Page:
Step 2: Determine the Number of Domains

Published: February 25, 2008


The second step in Active Directory design is to determine the number of domains that are required to meet the organization’s objectives. Because each forest is unique and separated from the other forests, the number of domains in each forest must be considered independent of the other forests.

The addition or removal of a domain after the initial design has been implemented is not always simple. Migration of computers, users, data, and applications could make the modification to the number of domains a complex task.

Option 1: Single Domain

The design will need to have at least one domain. If there are multiple forests, then there will need to be one domain per forest, minimum. A single domain model has the following advantages and benefits:

  • A single domain is the least expensive option. Additional domains increase the cost of hardware, software, and administration.
  • A single domain is easier to manage. Management overhead and the related costs increase with additional domains.
  • A single domain is easier to recover in the event of a disaster.

Option 2: Multiple Domains

Any of the following requirements will lead to a design with multiple domains:

  • In environments that consist of a combined total of 100,000 user or computer objects, tests should be performed in the lab to ensure that the replication load does not overwhelm the replication topology for the domain. Multiple domains may be required to reduce the overall domain replication load.
  • If Active Directory has a large number of frequently changing attributes, it may be useful to break the environment into multiple domains to control the replication within the domains. Testing should be done in a lab to determine if multiple domains reduce the replication traffic in a significant way.
  • The compression algorithm used to replicate directory service changes across slow links is highly efficient. However, if slow links still cause issues for replication, a separate domain might be necessary. This scenario can be challenging when there are numerous changes occurring to directory service objects on a regular basis.
  • An existing Microsoft directory, running on an earlier operating system level, needs to be preserved. To do so, the environment can be separated into its own domain.
Note   Windows Server 2008 supports fine-grained password policies. This new technology supports multiple password policies in the same domain. Windows 2000 or Windows Server 2003 domains will support only one password policy per domain.

By choosing to have multiple domains, the cost of managing the environment is affected in the following ways:

  • Additional staff may be necessary to maintain the domains, each of which will have its own administrator group.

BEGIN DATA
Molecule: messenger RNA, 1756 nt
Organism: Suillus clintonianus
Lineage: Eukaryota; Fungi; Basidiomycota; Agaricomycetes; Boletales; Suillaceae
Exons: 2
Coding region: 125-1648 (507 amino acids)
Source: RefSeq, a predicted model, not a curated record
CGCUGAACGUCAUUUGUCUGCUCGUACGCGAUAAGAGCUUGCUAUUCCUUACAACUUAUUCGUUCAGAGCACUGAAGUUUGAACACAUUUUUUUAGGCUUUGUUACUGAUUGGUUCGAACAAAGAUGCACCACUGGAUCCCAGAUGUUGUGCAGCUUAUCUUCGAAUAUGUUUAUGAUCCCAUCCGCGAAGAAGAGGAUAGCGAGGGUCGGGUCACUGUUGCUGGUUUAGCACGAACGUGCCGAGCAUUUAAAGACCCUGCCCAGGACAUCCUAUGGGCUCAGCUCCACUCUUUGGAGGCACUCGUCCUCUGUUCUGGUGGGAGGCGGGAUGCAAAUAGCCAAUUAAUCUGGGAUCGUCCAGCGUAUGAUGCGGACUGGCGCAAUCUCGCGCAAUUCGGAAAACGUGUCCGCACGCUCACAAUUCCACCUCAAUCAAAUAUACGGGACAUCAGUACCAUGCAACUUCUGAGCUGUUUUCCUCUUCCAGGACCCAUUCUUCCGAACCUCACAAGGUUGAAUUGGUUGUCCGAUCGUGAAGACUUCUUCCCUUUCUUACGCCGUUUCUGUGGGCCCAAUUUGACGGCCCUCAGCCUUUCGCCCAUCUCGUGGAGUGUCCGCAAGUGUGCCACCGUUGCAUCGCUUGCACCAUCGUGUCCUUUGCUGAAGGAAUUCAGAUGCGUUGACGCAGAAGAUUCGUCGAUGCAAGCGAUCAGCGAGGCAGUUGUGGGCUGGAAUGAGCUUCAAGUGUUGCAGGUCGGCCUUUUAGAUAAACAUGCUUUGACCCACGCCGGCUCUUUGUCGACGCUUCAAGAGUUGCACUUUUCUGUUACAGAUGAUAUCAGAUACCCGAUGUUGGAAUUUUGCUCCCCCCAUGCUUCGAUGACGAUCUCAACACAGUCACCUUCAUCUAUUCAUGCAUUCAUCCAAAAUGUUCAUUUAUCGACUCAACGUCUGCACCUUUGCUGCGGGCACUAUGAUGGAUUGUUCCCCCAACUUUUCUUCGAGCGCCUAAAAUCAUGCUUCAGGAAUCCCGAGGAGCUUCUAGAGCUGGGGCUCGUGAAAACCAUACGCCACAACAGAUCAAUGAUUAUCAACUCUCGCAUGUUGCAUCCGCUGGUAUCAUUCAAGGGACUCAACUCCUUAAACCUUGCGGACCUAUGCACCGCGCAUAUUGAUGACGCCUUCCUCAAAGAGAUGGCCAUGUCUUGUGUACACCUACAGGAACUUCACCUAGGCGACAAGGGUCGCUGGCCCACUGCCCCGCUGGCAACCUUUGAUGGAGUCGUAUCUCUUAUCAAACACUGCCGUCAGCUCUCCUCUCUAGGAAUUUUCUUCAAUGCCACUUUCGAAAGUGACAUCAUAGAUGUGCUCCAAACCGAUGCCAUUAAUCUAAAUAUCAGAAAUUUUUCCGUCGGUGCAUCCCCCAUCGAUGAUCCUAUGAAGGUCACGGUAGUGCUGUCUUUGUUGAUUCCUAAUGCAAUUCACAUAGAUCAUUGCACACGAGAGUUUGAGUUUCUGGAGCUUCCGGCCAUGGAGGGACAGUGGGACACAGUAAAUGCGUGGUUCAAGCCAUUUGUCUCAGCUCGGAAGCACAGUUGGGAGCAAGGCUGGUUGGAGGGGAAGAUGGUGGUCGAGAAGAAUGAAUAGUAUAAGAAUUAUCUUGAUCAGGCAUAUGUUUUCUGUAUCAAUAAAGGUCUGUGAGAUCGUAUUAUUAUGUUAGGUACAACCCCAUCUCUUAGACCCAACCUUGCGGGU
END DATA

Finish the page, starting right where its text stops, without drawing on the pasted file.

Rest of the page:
• More staff might be necessary to manage multiple domains, which involves a more complex set of management requirements.
  • Additional hardware and software must be acquired to instantiate the domain.
  • Group Policy settings that need to be applied to the domain or OUs in domains across the forest will need to be applied separately in each domain.

How Many Domains?

Once the need for multiple domains has been identified, the exact number of domains per forest is determined. A separate domain will be added to address each of the considerations that have been identified.

Evaluating the Characteristics


One domain

A single-domain directory is the least complex environment.


Multiple domains

Complexity increases with the addition of each domain. However, just adding another domain does not add as much complexity as it does for cost and manageability.




One domain

The cost to set up and operate a single domain is the lowest possible.


Multiple domains

Setup costs rise with each additional domain because of the requirements of installing and configuring each domain controller, not to mention the hardware and software cost for each domain controller.


Validating with the Business

In addition to evaluating the decision in this step against IT-related criteria, the effect of the decision on the business should also be validated. The following questions have been known to affect domain design decisions:

  • Is there a need to separate a business unit because of legal requirements? Some companies and many governmental, university, or military environments require that some users and computers exist in a separate domain. If such a policy exists, it should be re-evaluated as the domain is no longer the security boundary it was in Windows NT® 4.0 and previous versions. If the policy is around isolation requirements, a separate forest will be required.
  • Are there different administrative units that need to be autonomous? In most cases, using delegation at the OU level within a single domain can provide autonomy to administrative units. However, politics, corporate structure, administrative controls, and other factors might cause a need for additional domains instead.

Decision Summary

A single domain is the default configuration for each forest. Add domains only as necessary to solve technical and business concerns that can’t be solved within a single domain. Additional domains cost more to install and increase the hardware and software needed to run the domain controllers in each domain.

Remember to record the decisions made in the job aid in the appendix of this guide.

Important!   The number of domains will need to be determined per forest.

Additional Reading

“Creating a Domain Design” at

“AD DS: Fine-Grained Password Policies” at  

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